Lindsay (name changed) was a patient in a hospital expecting her fifth child. She was Roman Catholic. Her four other children ranged from age 3-12. She developed an internal tear, and her life was at risk. Physicians encouraged her to terminate the pregnancy. Her priest strongly declined that as an option. Lindsay was stuck with how to proceed and argued with God about it. A week went by and the family decided to concur with the priest to not terminate her pregnancy. She asked the chaplain to plan to baptize her baby in her womb so the child would go to heaven if the baby died. Another week went by. Lindsey was feeling her own mortality. She was anxious and said so in prayers to God. She requested that the chaplain pray with her, with her rosary, and to bring her communion. In so doing, she believed she was taking Christ into her to strengthen her body and heart. After another week, the baby was in serious trouble. Doctors believes the baby would not live another week. Lindsey was then in a spiritual crisis with God. Her doubt was escalating, fearing now for both her baby’s life and her own. She prayed and read Scripture with the chaplain. By the next week, she had been away from her family several weeks and it was getting close to Christmas. Her own parents didn’t support her decision to try to keep her pregnancy at that point. Lindsay was moved to a new room where, providentially, the earlier patient left a small Christmas tree in the window. There was an ornament on the tree that said “hope.” Lindsay takes this as a sign from God. She had learned the child she was carrying was a girl, so she decided to name the baby “Hope.” Conversations with Lindsay and prayers with God became all about what it meant to hold onto hope and hold onto Hope. Then Lindsay started having so much pain that she could barely move. With every movement from baby Hope, Lindsay felt grief instead of joy. Lindsay continued to be in spiritual crisis – why would God give her this baby that could potentially cause her to die? Finally, the baby was delivered by C-section; both Mom and daughter needed blood transfusions. Soon the chaplain witnessed Lindsay’s theology (God will be faithful) and experience (Will God be faithful?) bumping up against each other. Lindsay had to walk the entirety of her journey largely independent of her family. Much like a soldier out at war, Lindsay’s story was known and experienced by the chaplain and a few others. Sadly, the story ended in the death of Hope, that is, the child. Her brain developed a bleed, a very common side effect of babies born so early. Lindsay, in her sadness, was discharged back home to her husband and four young children, who had been apart from their mama for a month. She had even been apart from them over Christmas-the time the world celebrates the birth of the Christ child, who brought hope (small h) into a suffering world. The chaplain’s concluding observation was this: I can say for sure that Hope (the daughter) died, but I’m not sure that hope had died.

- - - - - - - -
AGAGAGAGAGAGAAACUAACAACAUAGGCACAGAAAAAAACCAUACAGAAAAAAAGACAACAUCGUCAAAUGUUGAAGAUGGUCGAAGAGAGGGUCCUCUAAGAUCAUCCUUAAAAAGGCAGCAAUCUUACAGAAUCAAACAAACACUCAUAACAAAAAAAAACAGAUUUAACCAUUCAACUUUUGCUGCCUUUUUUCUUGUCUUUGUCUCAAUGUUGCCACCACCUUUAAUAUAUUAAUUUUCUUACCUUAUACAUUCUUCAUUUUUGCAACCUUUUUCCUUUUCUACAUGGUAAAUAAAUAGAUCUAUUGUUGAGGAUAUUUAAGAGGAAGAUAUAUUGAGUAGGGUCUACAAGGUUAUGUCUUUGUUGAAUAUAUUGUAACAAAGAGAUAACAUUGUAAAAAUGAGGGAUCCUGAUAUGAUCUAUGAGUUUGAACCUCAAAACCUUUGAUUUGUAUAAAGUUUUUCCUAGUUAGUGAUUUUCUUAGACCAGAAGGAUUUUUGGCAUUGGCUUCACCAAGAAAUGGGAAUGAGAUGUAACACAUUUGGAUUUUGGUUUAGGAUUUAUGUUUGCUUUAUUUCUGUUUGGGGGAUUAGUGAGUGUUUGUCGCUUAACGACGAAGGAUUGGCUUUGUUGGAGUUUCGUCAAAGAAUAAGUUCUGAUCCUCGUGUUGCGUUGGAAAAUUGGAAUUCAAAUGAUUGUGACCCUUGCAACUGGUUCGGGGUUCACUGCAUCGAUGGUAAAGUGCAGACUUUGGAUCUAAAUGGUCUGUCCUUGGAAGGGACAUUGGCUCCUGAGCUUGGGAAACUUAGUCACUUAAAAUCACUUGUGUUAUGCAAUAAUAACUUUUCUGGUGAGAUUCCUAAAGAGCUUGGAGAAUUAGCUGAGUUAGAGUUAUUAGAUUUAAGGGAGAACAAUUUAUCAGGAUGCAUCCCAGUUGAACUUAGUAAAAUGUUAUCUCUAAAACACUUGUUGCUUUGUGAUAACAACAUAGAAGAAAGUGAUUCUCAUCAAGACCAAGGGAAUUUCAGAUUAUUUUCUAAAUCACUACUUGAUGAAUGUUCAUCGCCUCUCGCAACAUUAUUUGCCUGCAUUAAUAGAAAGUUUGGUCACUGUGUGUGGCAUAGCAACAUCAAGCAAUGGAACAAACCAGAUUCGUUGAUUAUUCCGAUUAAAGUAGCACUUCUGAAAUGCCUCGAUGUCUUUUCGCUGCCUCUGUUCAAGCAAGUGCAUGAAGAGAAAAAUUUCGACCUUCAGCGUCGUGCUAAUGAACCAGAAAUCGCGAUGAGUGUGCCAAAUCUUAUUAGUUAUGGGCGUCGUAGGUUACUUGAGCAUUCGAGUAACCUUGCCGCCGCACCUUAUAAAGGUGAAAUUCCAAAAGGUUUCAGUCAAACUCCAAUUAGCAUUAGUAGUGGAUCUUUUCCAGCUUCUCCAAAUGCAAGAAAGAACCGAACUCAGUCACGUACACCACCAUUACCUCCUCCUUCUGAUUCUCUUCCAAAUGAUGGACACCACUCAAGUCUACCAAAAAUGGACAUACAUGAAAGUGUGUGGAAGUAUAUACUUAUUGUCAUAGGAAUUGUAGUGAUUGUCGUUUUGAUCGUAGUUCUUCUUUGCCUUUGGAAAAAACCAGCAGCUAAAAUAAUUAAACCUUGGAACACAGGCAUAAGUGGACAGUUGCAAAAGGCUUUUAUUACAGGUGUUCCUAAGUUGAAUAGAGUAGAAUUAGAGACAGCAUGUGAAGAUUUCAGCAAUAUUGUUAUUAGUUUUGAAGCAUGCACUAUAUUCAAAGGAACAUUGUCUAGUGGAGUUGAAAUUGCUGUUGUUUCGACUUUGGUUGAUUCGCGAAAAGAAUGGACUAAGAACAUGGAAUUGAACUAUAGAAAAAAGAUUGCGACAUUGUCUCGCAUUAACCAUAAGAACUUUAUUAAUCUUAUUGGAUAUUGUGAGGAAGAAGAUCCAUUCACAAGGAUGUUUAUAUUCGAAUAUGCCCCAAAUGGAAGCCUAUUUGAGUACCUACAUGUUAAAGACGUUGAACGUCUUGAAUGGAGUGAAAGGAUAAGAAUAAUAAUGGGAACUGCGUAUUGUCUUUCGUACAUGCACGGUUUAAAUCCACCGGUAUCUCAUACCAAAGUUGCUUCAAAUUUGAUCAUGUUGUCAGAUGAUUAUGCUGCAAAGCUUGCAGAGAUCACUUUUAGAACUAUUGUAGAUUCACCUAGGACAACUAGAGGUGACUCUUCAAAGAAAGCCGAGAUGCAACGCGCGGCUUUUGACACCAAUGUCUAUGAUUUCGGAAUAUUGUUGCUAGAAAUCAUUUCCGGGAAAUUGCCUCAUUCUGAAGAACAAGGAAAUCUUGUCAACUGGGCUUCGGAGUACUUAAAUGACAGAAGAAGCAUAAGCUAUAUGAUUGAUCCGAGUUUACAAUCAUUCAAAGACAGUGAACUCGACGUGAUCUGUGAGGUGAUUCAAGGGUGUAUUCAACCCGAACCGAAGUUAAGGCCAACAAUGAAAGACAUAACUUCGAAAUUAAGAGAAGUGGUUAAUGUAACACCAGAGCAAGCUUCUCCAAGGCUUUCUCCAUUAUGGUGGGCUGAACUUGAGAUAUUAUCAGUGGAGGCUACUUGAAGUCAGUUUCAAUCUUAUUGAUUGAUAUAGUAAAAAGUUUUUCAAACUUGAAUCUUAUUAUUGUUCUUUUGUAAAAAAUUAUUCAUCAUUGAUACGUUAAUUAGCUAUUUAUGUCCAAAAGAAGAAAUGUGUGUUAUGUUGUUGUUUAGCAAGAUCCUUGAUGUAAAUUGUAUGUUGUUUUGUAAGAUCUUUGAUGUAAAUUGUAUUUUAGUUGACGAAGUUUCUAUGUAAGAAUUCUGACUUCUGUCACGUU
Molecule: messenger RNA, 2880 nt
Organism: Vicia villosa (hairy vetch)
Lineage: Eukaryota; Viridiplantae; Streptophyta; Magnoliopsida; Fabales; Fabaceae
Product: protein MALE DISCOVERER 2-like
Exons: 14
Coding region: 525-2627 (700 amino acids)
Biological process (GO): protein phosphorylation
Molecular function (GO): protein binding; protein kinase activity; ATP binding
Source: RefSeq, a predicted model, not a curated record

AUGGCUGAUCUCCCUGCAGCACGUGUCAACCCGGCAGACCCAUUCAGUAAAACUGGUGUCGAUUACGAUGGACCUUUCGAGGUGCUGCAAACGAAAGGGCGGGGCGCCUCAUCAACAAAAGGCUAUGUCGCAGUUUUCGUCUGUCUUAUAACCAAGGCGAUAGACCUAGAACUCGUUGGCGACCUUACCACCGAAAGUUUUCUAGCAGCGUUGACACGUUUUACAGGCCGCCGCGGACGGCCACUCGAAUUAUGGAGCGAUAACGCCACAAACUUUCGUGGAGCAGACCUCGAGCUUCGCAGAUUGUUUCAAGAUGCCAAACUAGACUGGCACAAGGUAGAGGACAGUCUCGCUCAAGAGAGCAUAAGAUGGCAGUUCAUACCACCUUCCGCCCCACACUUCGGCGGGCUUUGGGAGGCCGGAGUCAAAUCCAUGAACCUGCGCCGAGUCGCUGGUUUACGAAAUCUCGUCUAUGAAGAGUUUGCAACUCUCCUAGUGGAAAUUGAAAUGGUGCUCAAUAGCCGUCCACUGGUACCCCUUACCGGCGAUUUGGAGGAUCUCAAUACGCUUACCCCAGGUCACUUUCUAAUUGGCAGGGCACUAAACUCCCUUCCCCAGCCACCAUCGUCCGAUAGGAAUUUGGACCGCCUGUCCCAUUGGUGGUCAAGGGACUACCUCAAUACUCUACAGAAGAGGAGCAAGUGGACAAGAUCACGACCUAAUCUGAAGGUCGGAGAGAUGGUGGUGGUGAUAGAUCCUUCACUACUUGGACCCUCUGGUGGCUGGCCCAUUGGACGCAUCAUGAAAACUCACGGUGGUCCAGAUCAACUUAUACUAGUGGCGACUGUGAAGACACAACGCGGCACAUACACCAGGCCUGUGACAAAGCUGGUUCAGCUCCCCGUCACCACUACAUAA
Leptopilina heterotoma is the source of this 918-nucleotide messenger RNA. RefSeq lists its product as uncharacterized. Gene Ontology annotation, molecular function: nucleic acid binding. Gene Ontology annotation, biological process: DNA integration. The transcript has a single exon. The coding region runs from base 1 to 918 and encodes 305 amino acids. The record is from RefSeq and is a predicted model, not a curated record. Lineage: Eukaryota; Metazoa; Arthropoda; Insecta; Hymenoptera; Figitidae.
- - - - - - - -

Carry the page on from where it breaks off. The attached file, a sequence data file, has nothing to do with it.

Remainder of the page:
When people come to the end of their rope; or wear out their prayer book or their rosary beads; when men or women visit the Wailing Wall for the hundredth time, do they, in their pain, cut their losses and turn away from God? Or are they persistent? Are you persistent? Only you can finish the story of your prayer life with God.